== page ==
Sustainable practices are at the core of everything we do year-round.
The winery building is managed sustainably: we use solar energy and recycle all water; being built into the hillside, the winery is insulated naturally and only uses minimal energy for heating and cooling. Environmentally friendly materials were used throughout construction.
The gravity-fed processing of the wines saves on energy, equipment and water. Cleaning practices are efficient and minimised, and because we use soft chemicals, the wastewater can be re-purposed for irrigation.
In the vineyard, hand-harvesting and hand-leaf plucking mean less machinery, less compaction and less fuel. All our equipment is modern and energy-efficient, reducing our carbon footprint further.
As a result, our wines have key sustainability certifications.
We often hear from customers that our wines are easy and light on their body.
They tend to experience stomach upsets, reflux or headaches after a glass of wine, but don’t seem to get the same reaction with Blackenbrook wine. This might be due to the low sulphur level we work with.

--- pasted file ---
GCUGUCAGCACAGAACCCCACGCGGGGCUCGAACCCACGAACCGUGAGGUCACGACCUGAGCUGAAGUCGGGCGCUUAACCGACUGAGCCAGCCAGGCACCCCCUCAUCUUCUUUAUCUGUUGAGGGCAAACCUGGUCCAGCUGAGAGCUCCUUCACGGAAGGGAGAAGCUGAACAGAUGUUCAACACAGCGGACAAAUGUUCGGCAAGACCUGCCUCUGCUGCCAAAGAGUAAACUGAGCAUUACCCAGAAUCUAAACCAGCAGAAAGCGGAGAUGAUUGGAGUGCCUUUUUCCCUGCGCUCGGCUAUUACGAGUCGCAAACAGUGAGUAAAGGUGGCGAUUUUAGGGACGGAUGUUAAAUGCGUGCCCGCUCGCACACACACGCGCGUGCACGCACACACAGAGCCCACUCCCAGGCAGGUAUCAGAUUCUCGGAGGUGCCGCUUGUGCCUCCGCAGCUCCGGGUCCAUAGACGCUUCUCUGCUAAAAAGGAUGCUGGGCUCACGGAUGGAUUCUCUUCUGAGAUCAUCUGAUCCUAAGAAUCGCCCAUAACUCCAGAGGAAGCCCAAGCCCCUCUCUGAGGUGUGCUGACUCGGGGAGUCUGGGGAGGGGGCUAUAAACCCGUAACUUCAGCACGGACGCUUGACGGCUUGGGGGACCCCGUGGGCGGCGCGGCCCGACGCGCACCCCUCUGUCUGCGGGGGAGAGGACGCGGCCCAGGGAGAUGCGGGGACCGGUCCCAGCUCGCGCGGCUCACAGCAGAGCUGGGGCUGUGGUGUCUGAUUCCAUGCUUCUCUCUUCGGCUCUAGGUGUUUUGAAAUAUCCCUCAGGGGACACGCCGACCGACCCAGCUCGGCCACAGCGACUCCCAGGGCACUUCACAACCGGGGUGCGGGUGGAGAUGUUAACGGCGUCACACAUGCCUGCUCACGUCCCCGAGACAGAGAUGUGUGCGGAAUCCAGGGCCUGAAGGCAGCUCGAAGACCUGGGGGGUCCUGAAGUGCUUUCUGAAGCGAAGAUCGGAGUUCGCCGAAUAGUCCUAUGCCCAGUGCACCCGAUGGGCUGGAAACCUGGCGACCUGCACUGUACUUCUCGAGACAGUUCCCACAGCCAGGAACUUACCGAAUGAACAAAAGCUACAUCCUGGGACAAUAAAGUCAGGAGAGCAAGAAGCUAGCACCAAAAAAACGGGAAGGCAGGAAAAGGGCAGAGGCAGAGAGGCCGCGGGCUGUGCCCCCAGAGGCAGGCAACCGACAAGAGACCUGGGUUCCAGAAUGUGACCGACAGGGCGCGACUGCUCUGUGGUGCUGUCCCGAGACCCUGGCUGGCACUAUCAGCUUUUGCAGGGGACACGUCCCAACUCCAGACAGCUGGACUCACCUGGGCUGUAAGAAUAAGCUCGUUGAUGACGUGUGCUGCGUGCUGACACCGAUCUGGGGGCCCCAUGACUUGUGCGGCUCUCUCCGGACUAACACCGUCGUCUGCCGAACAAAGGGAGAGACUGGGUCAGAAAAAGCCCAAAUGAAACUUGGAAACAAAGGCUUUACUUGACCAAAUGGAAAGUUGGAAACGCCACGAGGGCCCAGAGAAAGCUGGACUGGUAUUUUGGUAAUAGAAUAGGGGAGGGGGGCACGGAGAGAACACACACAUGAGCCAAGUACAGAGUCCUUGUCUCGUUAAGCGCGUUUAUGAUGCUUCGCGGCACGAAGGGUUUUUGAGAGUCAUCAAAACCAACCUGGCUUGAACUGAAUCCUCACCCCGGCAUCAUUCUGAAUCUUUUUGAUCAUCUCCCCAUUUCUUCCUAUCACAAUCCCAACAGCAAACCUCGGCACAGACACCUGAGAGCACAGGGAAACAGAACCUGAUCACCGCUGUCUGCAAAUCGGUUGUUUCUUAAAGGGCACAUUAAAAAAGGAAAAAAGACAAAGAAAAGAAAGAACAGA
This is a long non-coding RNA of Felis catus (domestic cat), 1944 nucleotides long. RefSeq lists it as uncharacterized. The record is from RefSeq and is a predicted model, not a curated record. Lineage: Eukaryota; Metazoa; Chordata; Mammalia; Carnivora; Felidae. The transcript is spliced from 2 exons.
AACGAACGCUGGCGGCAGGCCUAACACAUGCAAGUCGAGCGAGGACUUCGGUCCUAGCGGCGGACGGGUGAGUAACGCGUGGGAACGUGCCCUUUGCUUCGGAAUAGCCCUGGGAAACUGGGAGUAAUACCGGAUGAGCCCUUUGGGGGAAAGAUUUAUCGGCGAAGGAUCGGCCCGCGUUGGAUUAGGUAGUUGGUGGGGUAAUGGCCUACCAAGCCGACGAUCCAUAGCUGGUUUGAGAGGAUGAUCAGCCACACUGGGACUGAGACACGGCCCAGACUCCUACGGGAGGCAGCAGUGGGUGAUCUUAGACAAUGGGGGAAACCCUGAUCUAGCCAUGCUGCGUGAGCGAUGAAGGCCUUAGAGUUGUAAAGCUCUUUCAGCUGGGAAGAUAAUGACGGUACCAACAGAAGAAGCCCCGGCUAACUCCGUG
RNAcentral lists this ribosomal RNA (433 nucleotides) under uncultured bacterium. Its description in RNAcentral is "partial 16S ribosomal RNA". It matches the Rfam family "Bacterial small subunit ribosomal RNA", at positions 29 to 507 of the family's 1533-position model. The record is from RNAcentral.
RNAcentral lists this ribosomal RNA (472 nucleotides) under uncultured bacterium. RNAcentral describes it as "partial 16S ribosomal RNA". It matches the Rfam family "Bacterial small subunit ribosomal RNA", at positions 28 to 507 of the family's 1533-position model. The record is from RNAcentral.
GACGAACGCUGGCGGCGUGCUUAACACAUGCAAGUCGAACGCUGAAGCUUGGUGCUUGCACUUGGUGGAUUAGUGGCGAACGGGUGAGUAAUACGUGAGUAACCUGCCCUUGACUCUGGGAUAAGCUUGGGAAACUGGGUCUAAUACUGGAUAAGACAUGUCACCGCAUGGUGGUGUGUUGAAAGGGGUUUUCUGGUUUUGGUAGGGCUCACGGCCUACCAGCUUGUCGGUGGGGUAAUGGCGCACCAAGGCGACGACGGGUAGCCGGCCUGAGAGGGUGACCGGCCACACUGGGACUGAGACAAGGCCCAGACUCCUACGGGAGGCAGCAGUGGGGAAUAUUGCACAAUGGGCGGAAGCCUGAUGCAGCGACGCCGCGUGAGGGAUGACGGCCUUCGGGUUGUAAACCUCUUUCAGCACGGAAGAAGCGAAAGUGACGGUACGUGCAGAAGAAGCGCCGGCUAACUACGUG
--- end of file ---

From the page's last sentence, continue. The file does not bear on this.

Both white and red wines have to meet benchmarks for total sulphur in New Zealand and for export. Sulphur is added to grape juices and young wines as a protectant against oxidation. The gentle winemaking process Daniel uses greatly reduces the need for this protection. All the grapes are hand-picked and whole bunch pressed, minimising juice exposure to oxidation. After fermentation the young wines rest on their lees for two months. The old yeast cells still release small amounts of CO², enough to protect the wine from oxidation. Only once Daniel starts preparing the wines for bottling he’ll add small amounts of sulphur.
While New Zealand export certification requires wines to have no more than 250mg/litre of total sulphur, Blackenbrook white wines have less than half of that and red wines about 20 percent.
Every three years SWNZ audits our winery in an extensive process. We also file yearly comprehensive reports on energy, diesel and water use; all fertiliser and spray applications; what we do to increase soil health; our actions to better manage waste and recycling as well as steps taken to minimise our carbon footprint. The latest SWNZ figures from 2020 show our water and energy consumption were well below the average winery of our size.